Although Ward 1 Councilwoman Regina Romero has dropped her plan to allow Grand Canyon University to destroy El Rio Golf Course and GCU is pursuing other sites, we expect Tucson's mayor and City Council to engage in open and honest dialogue regarding El Rio's preservation.

The El Rio Coalition II's actions regarding the proposal to sell El Rio to GCU were not about being against jobs or economic development. In fact, we have discussed with Mayor Jonathan Rothschild our planned West Side Economic Development Task Force that will promote sustainable, neighborhood economic development and job-creating projects.

The El Rio Coalition II's campaign is about 1) preserving a historic cultural and environmental landmark; 2) assuring that residents impacted by neighborhood-altering development projects are consulted; and 3) insisting that city government be transparent and honest.

The prospect of the city selling a facility that is currently being used to a for-profit entity is unprecedented and troubling. Having just signed a multiyear contract with the Conquistadores' El Rio First Tee program, the city has a moral and legal obligation to the First Tee children.

The city unfairly compares El Rio to other courses and does not reveal that El Rio pays more for water than other courses (Silverbell Golf Course gets free water). Other such inconsistencies make the comparison of El Rio to other courses invalid.

Our coalition consists of many neighborhood associations and organizations that have joined area residents because they value history and know the negative impact the destruction of this open green space would have on the neighborhoods and on Tucson.

They know that studies show that green space such as El Rio-with its 719 trees and diverse wildlife-promotes health and complements economic development in a city. Reports also highlight Tucson's lack of public green space.

It seemed that the mayor and council understood that. On Oct. 23 they unanimously passed a resolution that kept El Rio open as a combination golf course, park and youth learning center.

On Jan.16 at a meeting about El Rio Golf Course, Romero told area residents the city was not out to close El Rio but "to save it."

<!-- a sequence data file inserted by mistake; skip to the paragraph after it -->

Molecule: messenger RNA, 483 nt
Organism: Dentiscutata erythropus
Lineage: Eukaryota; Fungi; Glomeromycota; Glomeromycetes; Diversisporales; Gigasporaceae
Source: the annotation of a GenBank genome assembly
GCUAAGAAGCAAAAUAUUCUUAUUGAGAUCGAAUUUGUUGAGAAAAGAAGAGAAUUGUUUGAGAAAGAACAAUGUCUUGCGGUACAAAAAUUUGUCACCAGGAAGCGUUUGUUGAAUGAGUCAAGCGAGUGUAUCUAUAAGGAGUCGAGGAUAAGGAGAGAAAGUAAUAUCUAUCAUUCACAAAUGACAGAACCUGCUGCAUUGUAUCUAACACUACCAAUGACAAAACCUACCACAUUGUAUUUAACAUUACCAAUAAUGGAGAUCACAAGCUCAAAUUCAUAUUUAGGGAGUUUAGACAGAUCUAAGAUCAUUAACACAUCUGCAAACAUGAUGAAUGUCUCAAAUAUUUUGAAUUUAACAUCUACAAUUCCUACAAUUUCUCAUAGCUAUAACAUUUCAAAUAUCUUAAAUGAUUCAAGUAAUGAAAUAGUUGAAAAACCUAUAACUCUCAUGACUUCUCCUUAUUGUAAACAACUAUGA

However, on May 8, this newspaper reported that the mayor and council had offered El Rio Golf Course to Grand Canyon University.

In a Feb. 27 email, Chris Kaselemis of the City Manager's Office told other members of the manager's office that all council members were advised about the city's preferred site for GCU and that there was, "No opposition. … They will take Ward 1's lead."

Then on a last-minute added item to the study session agenda of May 14, Rothschild and council members Romero, Karin Uhlich, Shirley Scott and Paul Cunningham voted against council members Steve Kozachik and Richard Fimbres to pursue leasing or selling El Rio to GCU.

Pursuant to A.R.S. 39-121, which requires the city to release records to the public, our coalition submitted a public records request to Tucson regarding the El Rio-GCU matter, specifically seeking cost-benefit and economic-impact analyses. We also submitted a public records request to the Tucson Regional Economic Opportunities Inc. TREO, which has received $520,000 in past city funding, was the city's agent in this matter.

Citing "confidentiality agreements," Tucson and TREO refuse to release any documents.

The public has a right to reports regarding generation of jobs, economic benefits vs. costs of infrastructure and mitigation, tax breaks and other incentives being offered when the city is doing business. Deception and lack of transparency by our city elected officials and public servants is all too common.

We're planning a Community Day at El Rio soon. Join us and see this cultural, historical and environmental treasure that must be preserved.

Cecilia Cruz-Baldenegro is a retired city of Tucson principal planner, longtime community advocate, west side property owner and is the chairwoman of the El Rio Coalition II. Email her at